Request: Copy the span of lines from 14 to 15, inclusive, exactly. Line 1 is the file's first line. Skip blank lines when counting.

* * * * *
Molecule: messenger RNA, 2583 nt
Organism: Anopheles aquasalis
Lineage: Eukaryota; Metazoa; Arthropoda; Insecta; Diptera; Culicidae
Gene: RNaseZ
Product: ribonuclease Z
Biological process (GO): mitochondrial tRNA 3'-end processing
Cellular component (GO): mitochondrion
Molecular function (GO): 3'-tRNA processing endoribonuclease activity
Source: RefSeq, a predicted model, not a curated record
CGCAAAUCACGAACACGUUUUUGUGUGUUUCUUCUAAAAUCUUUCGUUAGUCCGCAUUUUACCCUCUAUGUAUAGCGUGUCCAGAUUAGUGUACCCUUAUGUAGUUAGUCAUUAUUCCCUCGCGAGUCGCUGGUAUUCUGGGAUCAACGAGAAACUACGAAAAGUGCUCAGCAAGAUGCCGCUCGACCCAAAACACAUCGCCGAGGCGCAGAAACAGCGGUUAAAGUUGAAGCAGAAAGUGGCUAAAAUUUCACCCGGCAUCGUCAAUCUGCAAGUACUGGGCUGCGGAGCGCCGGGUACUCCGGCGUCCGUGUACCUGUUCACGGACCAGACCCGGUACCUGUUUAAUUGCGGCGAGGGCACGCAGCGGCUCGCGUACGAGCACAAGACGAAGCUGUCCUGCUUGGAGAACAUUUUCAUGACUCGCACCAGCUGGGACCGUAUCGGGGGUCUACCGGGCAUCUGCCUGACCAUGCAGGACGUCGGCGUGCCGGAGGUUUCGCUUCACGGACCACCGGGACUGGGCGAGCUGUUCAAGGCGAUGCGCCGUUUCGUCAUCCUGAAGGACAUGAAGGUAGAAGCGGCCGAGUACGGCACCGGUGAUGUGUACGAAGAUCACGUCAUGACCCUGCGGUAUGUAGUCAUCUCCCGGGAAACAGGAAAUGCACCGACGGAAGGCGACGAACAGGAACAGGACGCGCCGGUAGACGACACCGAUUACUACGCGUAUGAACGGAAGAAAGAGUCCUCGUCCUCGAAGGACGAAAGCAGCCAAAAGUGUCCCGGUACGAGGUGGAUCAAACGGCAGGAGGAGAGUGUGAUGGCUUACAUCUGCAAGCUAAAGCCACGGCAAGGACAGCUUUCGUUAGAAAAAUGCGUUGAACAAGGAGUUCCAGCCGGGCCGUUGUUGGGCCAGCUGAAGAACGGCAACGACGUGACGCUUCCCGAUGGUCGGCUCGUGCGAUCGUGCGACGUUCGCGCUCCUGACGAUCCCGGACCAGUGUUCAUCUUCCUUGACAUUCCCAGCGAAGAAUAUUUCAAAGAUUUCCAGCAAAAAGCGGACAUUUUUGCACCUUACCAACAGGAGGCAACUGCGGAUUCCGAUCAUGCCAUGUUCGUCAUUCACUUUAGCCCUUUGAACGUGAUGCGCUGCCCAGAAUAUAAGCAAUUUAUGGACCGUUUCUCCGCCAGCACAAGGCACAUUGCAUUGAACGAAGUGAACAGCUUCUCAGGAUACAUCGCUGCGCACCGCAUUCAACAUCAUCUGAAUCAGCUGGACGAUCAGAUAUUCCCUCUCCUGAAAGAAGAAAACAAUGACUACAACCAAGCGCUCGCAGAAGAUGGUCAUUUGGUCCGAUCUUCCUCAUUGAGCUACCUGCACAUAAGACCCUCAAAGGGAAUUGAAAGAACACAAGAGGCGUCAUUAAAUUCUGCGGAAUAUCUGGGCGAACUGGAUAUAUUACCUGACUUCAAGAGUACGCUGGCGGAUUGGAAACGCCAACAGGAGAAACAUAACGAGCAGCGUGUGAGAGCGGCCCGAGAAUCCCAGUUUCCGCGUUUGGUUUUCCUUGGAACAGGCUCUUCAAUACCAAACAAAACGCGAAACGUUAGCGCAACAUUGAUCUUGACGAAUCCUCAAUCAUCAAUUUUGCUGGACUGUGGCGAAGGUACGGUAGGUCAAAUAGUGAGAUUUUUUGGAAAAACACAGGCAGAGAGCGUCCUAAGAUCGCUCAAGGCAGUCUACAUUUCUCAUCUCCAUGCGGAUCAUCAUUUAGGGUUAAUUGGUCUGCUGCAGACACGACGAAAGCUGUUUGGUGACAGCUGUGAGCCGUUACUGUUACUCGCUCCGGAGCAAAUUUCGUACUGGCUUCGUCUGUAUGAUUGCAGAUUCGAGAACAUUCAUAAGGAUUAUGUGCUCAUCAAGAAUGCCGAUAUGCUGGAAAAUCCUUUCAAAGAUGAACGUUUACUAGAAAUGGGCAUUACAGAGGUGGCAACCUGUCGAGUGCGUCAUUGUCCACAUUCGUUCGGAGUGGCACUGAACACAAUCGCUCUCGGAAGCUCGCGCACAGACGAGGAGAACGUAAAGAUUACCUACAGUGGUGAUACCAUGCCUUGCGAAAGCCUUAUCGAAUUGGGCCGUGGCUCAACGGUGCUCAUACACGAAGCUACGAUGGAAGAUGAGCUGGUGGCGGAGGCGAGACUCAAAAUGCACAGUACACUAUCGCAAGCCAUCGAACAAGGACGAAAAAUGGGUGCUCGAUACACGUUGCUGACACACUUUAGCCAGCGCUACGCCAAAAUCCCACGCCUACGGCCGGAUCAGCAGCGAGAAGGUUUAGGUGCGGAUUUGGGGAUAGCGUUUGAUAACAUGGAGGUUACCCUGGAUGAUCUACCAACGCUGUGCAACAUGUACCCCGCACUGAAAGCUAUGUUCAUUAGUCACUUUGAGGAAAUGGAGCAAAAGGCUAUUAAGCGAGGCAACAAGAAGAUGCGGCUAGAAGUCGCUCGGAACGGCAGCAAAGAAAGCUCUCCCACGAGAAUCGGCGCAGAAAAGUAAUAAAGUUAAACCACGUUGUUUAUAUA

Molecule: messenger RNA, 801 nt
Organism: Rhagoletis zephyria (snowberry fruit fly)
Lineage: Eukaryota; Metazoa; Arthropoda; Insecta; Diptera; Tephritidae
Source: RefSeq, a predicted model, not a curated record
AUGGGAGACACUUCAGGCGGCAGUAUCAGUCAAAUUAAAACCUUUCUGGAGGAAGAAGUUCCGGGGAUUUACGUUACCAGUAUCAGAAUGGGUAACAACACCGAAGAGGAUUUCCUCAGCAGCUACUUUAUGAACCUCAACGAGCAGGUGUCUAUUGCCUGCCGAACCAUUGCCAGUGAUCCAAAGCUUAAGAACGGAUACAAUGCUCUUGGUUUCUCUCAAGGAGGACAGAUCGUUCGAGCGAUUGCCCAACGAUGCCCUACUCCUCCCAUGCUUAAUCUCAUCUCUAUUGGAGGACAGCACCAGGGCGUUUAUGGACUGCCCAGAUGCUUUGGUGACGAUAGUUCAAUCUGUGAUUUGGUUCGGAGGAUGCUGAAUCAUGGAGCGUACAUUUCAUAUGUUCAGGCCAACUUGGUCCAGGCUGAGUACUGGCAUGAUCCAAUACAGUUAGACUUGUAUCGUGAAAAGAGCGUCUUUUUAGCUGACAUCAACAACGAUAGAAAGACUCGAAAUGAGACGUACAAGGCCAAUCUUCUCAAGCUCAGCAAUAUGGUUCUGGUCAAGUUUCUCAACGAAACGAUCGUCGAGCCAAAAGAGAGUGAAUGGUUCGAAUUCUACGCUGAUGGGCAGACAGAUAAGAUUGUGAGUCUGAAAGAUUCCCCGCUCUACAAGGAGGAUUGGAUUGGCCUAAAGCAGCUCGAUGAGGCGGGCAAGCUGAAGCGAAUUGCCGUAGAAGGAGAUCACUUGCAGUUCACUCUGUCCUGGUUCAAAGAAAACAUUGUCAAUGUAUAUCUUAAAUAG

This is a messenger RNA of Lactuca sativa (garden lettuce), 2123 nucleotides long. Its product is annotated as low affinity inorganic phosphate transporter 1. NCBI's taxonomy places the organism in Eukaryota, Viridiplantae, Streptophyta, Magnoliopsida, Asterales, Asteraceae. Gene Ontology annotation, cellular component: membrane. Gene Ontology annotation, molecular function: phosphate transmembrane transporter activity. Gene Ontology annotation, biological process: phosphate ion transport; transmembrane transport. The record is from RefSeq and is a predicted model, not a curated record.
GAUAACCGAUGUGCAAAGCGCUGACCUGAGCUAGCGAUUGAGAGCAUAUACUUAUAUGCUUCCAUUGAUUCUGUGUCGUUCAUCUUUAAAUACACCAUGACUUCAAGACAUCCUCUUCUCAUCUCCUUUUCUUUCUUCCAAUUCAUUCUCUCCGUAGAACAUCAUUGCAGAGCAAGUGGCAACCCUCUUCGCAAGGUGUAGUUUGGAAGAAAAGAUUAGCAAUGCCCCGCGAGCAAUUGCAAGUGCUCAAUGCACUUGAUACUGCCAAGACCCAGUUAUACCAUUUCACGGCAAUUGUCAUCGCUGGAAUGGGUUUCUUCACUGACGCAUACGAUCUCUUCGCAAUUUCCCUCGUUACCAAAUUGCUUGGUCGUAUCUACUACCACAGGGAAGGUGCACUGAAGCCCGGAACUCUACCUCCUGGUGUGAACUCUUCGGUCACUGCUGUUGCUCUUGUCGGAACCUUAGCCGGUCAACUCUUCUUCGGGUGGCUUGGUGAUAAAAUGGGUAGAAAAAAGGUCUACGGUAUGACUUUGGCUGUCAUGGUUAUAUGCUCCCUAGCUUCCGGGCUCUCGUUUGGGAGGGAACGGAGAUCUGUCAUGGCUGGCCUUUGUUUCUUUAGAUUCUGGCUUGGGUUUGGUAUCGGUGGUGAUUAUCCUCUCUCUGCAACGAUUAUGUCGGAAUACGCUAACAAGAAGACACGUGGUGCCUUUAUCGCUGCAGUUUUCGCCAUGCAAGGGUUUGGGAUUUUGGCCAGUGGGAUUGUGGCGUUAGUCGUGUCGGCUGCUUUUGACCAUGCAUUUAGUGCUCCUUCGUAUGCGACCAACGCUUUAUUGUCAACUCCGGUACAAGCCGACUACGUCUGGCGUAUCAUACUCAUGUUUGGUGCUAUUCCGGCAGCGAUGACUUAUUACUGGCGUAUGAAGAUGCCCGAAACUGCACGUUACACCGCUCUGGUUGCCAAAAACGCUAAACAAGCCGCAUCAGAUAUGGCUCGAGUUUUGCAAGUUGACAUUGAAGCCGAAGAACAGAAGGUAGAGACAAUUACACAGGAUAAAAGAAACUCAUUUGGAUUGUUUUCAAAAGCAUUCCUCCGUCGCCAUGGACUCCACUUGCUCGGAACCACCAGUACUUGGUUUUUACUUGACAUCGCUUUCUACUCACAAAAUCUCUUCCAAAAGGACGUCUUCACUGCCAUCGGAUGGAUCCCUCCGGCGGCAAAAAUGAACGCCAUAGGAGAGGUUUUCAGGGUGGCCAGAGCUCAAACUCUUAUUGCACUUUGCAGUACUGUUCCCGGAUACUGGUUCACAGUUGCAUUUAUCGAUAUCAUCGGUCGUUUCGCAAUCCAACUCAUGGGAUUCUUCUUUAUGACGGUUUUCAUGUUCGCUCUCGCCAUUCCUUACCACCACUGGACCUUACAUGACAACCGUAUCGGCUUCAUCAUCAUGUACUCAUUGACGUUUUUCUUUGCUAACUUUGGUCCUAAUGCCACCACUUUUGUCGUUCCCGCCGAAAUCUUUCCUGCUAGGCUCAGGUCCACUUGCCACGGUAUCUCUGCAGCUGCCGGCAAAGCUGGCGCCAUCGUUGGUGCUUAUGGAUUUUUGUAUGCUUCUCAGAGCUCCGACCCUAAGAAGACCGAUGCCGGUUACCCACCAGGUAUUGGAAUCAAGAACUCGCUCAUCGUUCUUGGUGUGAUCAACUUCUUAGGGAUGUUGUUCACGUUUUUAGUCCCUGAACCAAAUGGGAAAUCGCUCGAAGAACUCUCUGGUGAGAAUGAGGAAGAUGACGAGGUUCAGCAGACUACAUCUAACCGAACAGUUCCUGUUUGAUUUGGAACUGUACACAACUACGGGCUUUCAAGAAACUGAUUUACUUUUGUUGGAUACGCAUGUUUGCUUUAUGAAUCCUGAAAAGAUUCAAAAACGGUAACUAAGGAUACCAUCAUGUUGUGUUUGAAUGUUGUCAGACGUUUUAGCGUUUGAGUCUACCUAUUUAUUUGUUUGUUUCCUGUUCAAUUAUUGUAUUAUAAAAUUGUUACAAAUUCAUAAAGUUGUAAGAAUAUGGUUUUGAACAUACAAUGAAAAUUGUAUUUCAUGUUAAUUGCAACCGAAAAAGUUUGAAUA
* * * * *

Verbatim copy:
Source: RefSeq, a predicted model, not a curated record
AUGGGAGACACUUCAGGCGGCAGUAUCAGUCAAAUUAAAACCUUUCUGGAGGAAGAAGUUCCGGGGAUUUACGUUACCAGUAUCAGAAUGGGUAACAACACCGAAGAGGAUUUCCUCAGCAGCUACUUUAUGAACCUCAACGAGCAGGUGUCUAUUGCCUGCCGAACCAUUGCCAGUGAUCCAAAGCUUAAGAACGGAUACAAUGCUCUUGGUUUCUCUCAAGGAGGACAGAUCGUUCGAGCGAUUGCCCAACGAUGCCCUACUCCUCCCAUGCUUAAUCUCAUCUCUAUUGGAGGACAGCACCAGGGCGUUUAUGGACUGCCCAGAUGCUUUGGUGACGAUAGUUCAAUCUGUGAUUUGGUUCGGAGGAUGCUGAAUCAUGGAGCGUACAUUUCAUAUGUUCAGGCCAACUUGGUCCAGGCUGAGUACUGGCAUGAUCCAAUACAGUUAGACUUGUAUCGUGAAAAGAGCGUCUUUUUAGCUGACAUCAACAACGAUAGAAAGACUCGAAAUGAGACGUACAAGGCCAAUCUUCUCAAGCUCAGCAAUAUGGUUCUGGUCAAGUUUCUCAACGAAACGAUCGUCGAGCCAAAAGAGAGUGAAUGGUUCGAAUUCUACGCUGAUGGGCAGACAGAUAAGAUUGUGAGUCUGAAAGAUUCCCCGCUCUACAAGGAGGAUUGGAUUGGCCUAAAGCAGCUCGAUGAGGCGGGCAAGCUGAAGCGAAUUGCCGUAGAAGGAGAUCACUUGCAGUUCACUCUGUCCUGGUUCAAAGAAAACAUUGUCAAUGUAUAUCUUAAAUAG